Posts tagged Sculpture

In elementary school I had the same art teacher from Kindergarden through the 5th grade. One year, she taught us about pop art. She told us to think of ordinary objects that we could make out of clay, so I made a glass 7 up bottle with a crack in it. (I decided since pop art was a movement from the 60s, I should do a vintage ordinary object. Plus my dad had a cool 7 up wooden crate and I wanted him to like my work, so it seemed linear at the time). The broken bottle was my favorite sculpture I ever made, but I was as terrible at glazing then as I am now, so it came out 'statue of liberty green,' leaving me slightly disappointed. This was one of my first lessons in how difficult it is to get something you see so vividly out of your head correctly.

Looking back at pop art is not always easy for me because a lot of what popularized it is really terrible in my opinion. And some of what pop artists did later in their careers (during the 90s especially) is unforgivable. But, growing up in Southern California, I've always had a thing for fake food displays, which were found at fast food restaurants like Foster's Freeze's. These little displays always seemed like accidental pop art to me.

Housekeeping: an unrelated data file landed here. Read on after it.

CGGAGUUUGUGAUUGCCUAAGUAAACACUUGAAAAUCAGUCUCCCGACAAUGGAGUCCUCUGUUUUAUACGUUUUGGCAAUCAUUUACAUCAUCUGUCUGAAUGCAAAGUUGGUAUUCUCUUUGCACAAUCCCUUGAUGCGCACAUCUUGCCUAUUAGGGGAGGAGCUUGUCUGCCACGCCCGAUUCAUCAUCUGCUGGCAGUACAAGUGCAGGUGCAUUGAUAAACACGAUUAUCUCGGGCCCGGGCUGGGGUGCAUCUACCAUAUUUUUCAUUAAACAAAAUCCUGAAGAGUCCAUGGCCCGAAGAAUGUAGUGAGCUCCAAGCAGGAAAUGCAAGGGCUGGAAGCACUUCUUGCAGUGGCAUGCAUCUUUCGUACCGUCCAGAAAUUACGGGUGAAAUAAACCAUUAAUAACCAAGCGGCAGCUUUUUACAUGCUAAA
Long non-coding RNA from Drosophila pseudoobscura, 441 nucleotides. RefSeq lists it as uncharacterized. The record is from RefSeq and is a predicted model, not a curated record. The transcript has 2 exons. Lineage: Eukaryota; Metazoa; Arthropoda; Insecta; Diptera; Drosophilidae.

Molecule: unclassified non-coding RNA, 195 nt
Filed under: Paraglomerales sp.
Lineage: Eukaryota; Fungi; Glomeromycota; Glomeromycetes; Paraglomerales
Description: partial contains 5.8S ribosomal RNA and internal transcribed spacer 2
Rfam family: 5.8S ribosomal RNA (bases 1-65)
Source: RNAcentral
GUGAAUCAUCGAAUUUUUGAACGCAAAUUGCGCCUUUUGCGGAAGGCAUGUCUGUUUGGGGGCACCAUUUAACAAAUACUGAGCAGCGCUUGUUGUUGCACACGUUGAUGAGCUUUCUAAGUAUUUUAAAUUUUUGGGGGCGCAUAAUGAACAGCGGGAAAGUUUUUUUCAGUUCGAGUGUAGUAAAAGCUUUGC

In the vein of Foster's fake food displays, while poking around on pinterest recently, a friend of mine (Dorothy Hoover) posted a picture of Claes Oldenburg's The Store. I had never heard of Claes Oldenburg, but his work caught my eye, so naturally, I began researching.

The Store, 1961-1962 First Claes Oldenburg work to catch my eye

The Store, 1961-1962
First Claes Oldenburg work to catch my eye

Claes Oldenburg was born on January 28, 1929 in Stockholm. Son of a Swedish diplomat, Oldenburg spent his early years in New York until 1936, when his family moved to Chicago. In early adulthood, Oldenburg studied literature and art history at Yale between 1946 to 1950, and continued his education back home at the Art Institute of Chicago.